To the Editor:
After reading the Nov. 6 article "Study: Slavery's effects lasted just 2 generations," I was compelled to write. Allow me, a descendant of slaves and survivor of Jim-Crow, one last word.
Reparations are long overdue for black Americans, not for slavery but for the 100 years after. I'm not quite 50, but I vividly remember the white-only signs of the south, saying, "You can't go here, you can't play there." These illegal laws hindered my parents from reaching the American dream, along with millions of other colored folk. They were not lazy; they worked hard everyday, yet they were denied first class citizenship.
Today, if one mentions an apology for slavery, most white folks' shorts get all knotted. I believe if the U.S. government ever considers monetary reparations for my people, there will surely be another civil war. If America had truly recognized our emancipation a century and a half ago, wouldn't there be a national holiday, say like the Fourth of July, commemorating this freedom?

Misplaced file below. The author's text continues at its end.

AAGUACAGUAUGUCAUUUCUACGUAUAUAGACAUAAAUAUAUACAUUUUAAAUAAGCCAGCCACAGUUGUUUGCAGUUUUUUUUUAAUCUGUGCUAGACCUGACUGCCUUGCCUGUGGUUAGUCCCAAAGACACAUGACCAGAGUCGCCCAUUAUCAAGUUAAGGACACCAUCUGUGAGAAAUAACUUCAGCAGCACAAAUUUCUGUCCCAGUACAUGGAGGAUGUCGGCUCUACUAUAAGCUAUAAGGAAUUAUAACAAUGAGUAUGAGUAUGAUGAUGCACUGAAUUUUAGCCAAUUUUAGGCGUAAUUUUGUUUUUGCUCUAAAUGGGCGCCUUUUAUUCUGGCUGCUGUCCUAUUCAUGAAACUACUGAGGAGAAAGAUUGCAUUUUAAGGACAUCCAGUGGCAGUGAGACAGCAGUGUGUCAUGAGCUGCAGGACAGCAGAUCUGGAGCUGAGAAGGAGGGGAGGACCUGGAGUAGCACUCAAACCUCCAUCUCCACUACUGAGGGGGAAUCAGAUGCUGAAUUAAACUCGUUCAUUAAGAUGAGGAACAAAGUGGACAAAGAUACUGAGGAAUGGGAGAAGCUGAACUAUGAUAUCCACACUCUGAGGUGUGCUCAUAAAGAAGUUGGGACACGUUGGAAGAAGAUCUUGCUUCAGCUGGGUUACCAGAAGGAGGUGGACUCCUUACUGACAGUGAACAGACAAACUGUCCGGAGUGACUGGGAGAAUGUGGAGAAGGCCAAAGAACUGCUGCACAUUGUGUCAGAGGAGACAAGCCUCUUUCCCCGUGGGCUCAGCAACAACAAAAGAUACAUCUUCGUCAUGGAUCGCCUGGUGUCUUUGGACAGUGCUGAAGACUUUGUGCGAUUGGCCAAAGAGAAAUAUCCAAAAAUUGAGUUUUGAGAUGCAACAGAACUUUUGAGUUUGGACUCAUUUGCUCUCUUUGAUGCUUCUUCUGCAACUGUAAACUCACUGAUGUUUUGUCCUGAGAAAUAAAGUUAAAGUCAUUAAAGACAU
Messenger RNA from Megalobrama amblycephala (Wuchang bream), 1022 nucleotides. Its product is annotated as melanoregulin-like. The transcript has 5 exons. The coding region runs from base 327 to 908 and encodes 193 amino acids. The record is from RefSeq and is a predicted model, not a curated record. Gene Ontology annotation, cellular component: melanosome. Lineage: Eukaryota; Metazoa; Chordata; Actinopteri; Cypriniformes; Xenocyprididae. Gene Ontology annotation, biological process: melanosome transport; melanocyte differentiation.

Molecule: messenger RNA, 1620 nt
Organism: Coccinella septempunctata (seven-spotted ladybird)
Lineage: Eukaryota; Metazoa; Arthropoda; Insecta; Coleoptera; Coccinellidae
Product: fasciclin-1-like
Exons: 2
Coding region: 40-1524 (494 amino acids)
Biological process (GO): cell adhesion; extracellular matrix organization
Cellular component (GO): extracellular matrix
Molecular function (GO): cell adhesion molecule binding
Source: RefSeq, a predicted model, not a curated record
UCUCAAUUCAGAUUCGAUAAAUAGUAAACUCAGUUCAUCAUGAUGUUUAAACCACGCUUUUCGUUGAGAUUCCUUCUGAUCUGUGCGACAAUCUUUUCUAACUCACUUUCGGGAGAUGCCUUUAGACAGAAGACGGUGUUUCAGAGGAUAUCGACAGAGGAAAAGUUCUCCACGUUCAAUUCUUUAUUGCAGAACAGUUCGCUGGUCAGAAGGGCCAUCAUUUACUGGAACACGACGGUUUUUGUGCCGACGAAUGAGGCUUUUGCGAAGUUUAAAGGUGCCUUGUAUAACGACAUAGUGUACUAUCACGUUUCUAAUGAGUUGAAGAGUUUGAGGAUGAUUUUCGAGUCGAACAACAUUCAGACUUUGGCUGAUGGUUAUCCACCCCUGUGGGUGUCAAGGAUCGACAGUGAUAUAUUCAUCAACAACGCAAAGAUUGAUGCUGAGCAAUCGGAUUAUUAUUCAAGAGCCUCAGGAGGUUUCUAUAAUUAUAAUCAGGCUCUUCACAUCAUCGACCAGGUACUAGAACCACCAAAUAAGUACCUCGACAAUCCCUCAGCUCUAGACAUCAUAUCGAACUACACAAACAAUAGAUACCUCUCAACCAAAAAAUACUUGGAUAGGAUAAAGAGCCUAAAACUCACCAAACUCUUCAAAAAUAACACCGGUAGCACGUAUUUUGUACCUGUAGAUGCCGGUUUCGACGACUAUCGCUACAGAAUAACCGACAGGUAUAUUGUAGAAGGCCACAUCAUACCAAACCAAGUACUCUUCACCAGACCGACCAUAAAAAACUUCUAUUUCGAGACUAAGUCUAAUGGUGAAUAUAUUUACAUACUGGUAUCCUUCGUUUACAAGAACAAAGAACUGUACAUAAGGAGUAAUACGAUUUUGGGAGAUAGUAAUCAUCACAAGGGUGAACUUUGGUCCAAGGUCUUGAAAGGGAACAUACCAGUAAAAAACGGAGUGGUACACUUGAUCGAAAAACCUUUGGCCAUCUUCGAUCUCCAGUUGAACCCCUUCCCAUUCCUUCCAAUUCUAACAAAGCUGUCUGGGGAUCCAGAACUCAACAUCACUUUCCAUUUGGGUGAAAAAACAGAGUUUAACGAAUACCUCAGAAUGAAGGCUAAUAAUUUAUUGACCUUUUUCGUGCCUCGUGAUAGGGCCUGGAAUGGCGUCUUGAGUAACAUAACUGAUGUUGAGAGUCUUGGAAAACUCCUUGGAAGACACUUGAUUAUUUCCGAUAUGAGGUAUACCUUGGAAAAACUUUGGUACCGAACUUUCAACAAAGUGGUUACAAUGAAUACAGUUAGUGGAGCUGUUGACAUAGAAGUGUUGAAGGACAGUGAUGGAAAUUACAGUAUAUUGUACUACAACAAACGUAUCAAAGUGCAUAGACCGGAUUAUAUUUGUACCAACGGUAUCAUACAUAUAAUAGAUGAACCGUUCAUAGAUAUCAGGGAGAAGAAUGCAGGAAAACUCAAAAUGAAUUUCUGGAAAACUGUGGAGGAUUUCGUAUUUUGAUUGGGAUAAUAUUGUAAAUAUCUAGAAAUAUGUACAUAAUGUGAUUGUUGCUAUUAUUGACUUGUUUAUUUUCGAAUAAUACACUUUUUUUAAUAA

I'll go to my grave believing that America has yet to pay for the 100 years after slavery. Peace and love, my fellow Americans; remember, we're all in this together.